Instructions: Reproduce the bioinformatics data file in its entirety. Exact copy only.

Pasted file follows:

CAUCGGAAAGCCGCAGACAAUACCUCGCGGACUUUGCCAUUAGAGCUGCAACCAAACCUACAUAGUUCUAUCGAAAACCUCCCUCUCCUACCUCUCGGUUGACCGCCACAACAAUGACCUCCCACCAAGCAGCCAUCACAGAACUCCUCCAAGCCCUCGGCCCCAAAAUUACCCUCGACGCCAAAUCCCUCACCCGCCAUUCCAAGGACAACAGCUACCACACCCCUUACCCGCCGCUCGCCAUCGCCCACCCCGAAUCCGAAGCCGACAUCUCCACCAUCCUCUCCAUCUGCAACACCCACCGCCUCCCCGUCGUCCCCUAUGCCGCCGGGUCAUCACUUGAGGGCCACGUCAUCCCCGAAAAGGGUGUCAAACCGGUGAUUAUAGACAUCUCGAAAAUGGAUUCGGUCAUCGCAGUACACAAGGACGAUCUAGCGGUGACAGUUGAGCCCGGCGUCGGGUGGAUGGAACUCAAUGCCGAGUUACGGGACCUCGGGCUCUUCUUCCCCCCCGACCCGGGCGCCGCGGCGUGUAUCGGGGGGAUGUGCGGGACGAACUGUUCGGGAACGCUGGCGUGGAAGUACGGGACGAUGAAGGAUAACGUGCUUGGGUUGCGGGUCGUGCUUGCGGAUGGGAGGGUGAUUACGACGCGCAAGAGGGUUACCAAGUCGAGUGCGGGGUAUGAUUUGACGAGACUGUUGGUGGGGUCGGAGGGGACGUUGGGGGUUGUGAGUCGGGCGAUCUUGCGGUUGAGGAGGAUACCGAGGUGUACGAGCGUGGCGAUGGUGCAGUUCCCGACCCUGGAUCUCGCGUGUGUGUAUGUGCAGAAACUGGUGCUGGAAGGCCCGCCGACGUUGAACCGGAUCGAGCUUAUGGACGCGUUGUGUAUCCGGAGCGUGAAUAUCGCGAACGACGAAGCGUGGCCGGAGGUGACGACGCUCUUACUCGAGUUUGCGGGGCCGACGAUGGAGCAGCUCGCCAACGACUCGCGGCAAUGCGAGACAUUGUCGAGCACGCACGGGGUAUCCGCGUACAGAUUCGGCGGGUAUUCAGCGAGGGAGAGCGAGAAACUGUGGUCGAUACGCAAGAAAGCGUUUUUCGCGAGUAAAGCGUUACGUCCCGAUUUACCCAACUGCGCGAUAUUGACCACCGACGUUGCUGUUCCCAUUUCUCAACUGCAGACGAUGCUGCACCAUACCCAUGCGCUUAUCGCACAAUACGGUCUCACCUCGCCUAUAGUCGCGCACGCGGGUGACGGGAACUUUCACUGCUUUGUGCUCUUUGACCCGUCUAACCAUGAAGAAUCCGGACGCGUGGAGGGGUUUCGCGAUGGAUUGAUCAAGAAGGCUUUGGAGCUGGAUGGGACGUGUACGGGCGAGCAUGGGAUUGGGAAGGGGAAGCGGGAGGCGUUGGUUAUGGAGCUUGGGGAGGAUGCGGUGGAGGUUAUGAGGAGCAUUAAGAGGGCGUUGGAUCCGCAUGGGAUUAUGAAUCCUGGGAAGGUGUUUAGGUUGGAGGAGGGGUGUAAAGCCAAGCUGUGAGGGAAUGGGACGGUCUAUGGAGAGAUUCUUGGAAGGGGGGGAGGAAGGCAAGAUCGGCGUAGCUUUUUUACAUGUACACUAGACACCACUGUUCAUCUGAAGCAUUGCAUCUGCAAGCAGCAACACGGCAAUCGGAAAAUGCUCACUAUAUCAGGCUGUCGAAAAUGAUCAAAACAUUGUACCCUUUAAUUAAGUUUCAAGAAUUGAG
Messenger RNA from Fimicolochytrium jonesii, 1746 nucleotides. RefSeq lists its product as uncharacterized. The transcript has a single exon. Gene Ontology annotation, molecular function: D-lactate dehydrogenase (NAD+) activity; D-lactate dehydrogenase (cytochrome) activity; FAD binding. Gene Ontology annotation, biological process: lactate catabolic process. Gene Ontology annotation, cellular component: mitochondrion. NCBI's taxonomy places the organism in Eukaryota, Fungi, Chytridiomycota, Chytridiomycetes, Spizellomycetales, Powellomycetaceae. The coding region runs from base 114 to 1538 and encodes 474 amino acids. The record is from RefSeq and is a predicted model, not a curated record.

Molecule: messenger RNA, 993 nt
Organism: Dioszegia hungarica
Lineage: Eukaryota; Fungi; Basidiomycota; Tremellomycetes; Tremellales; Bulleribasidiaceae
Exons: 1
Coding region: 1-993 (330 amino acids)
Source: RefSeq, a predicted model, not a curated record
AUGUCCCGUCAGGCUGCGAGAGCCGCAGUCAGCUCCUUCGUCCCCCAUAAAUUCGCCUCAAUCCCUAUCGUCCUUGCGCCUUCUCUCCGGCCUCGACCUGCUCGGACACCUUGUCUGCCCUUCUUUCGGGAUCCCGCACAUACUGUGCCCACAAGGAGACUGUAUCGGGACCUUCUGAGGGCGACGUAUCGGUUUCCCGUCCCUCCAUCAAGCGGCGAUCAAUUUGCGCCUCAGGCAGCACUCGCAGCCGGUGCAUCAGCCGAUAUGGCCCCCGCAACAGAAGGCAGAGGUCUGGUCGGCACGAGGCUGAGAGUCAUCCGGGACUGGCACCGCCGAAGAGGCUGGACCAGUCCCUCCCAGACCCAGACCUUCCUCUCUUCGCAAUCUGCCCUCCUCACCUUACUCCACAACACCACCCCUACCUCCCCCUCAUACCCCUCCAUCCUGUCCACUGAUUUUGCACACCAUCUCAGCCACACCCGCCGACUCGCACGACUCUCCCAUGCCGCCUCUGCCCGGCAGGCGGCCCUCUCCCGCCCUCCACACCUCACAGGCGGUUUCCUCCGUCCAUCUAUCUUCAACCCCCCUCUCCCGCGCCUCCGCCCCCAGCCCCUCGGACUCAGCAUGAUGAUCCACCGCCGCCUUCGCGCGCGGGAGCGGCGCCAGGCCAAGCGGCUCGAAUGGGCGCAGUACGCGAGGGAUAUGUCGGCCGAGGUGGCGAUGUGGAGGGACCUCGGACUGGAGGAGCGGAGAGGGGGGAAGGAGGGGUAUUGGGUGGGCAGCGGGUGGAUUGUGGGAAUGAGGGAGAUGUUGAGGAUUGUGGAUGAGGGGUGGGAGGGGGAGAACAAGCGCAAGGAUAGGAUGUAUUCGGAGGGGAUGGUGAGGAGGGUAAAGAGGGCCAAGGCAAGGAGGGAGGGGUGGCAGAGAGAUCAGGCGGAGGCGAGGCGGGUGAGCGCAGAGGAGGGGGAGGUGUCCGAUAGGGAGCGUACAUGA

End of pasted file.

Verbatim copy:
CAUCGGAAAGCCGCAGACAAUACCUCGCGGACUUUGCCAUUAGAGCUGCAACCAAACCUACAUAGUUCUAUCGAAAACCUCCCUCUCCUACCUCUCGGUUGACCGCCACAACAAUGACCUCCCACCAAGCAGCCAUCACAGAACUCCUCCAAGCCCUCGGCCCCAAAAUUACCCUCGACGCCAAAUCCCUCACCCGCCAUUCCAAGGACAACAGCUACCACACCCCUUACCCGCCGCUCGCCAUCGCCCACCCCGAAUCCGAAGCCGACAUCUCCACCAUCCUCUCCAUCUGCAACACCCACCGCCUCCCCGUCGUCCCCUAUGCCGCCGGGUCAUCACUUGAGGGCCACGUCAUCCCCGAAAAGGGUGUCAAACCGGUGAUUAUAGACAUCUCGAAAAUGGAUUCGGUCAUCGCAGUACACAAGGACGAUCUAGCGGUGACAGUUGAGCCCGGCGUCGGGUGGAUGGAACUCAAUGCCGAGUUACGGGACCUCGGGCUCUUCUUCCCCCCCGACCCGGGCGCCGCGGCGUGUAUCGGGGGGAUGUGCGGGACGAACUGUUCGGGAACGCUGGCGUGGAAGUACGGGACGAUGAAGGAUAACGUGCUUGGGUUGCGGGUCGUGCUUGCGGAUGGGAGGGUGAUUACGACGCGCAAGAGGGUUACCAAGUCGAGUGCGGGGUAUGAUUUGACGAGACUGUUGGUGGGGUCGGAGGGGACGUUGGGGGUUGUGAGUCGGGCGAUCUUGCGGUUGAGGAGGAUACCGAGGUGUACGAGCGUGGCGAUGGUGCAGUUCCCGACCCUGGAUCUCGCGUGUGUGUAUGUGCAGAAACUGGUGCUGGAAGGCCCGCCGACGUUGAACCGGAUCGAGCUUAUGGACGCGUUGUGUAUCCGGAGCGUGAAUAUCGCGAACGACGAAGCGUGGCCGGAGGUGACGACGCUCUUACUCGAGUUUGCGGGGCCGACGAUGGAGCAGCUCGCCAACGACUCGCGGCAAUGCGAGACAUUGUCGAGCACGCACGGGGUAUCCGCGUACAGAUUCGGCGGGUAUUCAGCGAGGGAGAGCGAGAAACUGUGGUCGAUACGCAAGAAAGCGUUUUUCGCGAGUAAAGCGUUACGUCCCGAUUUACCCAACUGCGCGAUAUUGACCACCGACGUUGCUGUUCCCAUUUCUCAACUGCAGACGAUGCUGCACCAUACCCAUGCGCUUAUCGCACAAUACGGUCUCACCUCGCCUAUAGUCGCGCACGCGGGUGACGGGAACUUUCACUGCUUUGUGCUCUUUGACCCGUCUAACCAUGAAGAAUCCGGACGCGUGGAGGGGUUUCGCGAUGGAUUGAUCAAGAAGGCUUUGGAGCUGGAUGGGACGUGUACGGGCGAGCAUGGGAUUGGGAAGGGGAAGCGGGAGGCGUUGGUUAUGGAGCUUGGGGAGGAUGCGGUGGAGGUUAUGAGGAGCAUUAAGAGGGCGUUGGAUCCGCAUGGGAUUAUGAAUCCUGGGAAGGUGUUUAGGUUGGAGGAGGGGUGUAAAGCCAAGCUGUGAGGGAAUGGGACGGUCUAUGGAGAGAUUCUUGGAAGGGGGGGAGGAAGGCAAGAUCGGCGUAGCUUUUUUACAUGUACACUAGACACCACUGUUCAUCUGAAGCAUUGCAUCUGCAAGCAGCAACACGGCAAUCGGAAAAUGCUCACUAUAUCAGGCUGUCGAAAAUGAUCAAAACAUUGUACCCUUUAAUUAAGUUUCAAGAAUUGAG
Messenger RNA from Fimicolochytrium jonesii, 1746 nucleotides. RefSeq lists its product as uncharacterized. The transcript has a single exon. Gene Ontology annotation, molecular function: D-lactate dehydrogenase (NAD+) activity; D-lactate dehydrogenase (cytochrome) activity; FAD binding. Gene Ontology annotation, biological process: lactate catabolic process. Gene Ontology annotation, cellular component: mitochondrion. NCBI's taxonomy places the organism in Eukaryota, Fungi, Chytridiomycota, Chytridiomycetes, Spizellomycetales, Powellomycetaceae. The coding region runs from base 114 to 1538 and encodes 474 amino acids. The record is from RefSeq and is a predicted model, not a curated record.

Molecule: messenger RNA, 993 nt
Organism: Dioszegia hungarica
Lineage: Eukaryota; Fungi; Basidiomycota; Tremellomycetes; Tremellales; Bulleribasidiaceae
Exons: 1
Coding region: 1-993 (330 amino acids)
Source: RefSeq, a predicted model, not a curated record
AUGUCCCGUCAGGCUGCGAGAGCCGCAGUCAGCUCCUUCGUCCCCCAUAAAUUCGCCUCAAUCCCUAUCGUCCUUGCGCCUUCUCUCCGGCCUCGACCUGCUCGGACACCUUGUCUGCCCUUCUUUCGGGAUCCCGCACAUACUGUGCCCACAAGGAGACUGUAUCGGGACCUUCUGAGGGCGACGUAUCGGUUUCCCGUCCCUCCAUCAAGCGGCGAUCAAUUUGCGCCUCAGGCAGCACUCGCAGCCGGUGCAUCAGCCGAUAUGGCCCCCGCAACAGAAGGCAGAGGUCUGGUCGGCACGAGGCUGAGAGUCAUCCGGGACUGGCACCGCCGAAGAGGCUGGACCAGUCCCUCCCAGACCCAGACCUUCCUCUCUUCGCAAUCUGCCCUCCUCACCUUACUCCACAACACCACCCCUACCUCCCCCUCAUACCCCUCCAUCCUGUCCACUGAUUUUGCACACCAUCUCAGCCACACCCGCCGACUCGCACGACUCUCCCAUGCCGCCUCUGCCCGGCAGGCGGCCCUCUCCCGCCCUCCACACCUCACAGGCGGUUUCCUCCGUCCAUCUAUCUUCAACCCCCCUCUCCCGCGCCUCCGCCCCCAGCCCCUCGGACUCAGCAUGAUGAUCCACCGCCGCCUUCGCGCGCGGGAGCGGCGCCAGGCCAAGCGGCUCGAAUGGGCGCAGUACGCGAGGGAUAUGUCGGCCGAGGUGGCGAUGUGGAGGGACCUCGGACUGGAGGAGCGGAGAGGGGGGAAGGAGGGGUAUUGGGUGGGCAGCGGGUGGAUUGUGGGAAUGAGGGAGAUGUUGAGGAUUGUGGAUGAGGGGUGGGAGGGGGAGAACAAGCGCAAGGAUAGGAUGUAUUCGGAGGGGAUGGUGAGGAGGGUAAAGAGGGCCAAGGCAAGGAGGGAGGGGUGGCAGAGAGAUCAGGCGGAGGCGAGGCGGGUGAGCGCAGAGGAGGGGGAGGUGUCCGAUAGGGAGCGUACAUGA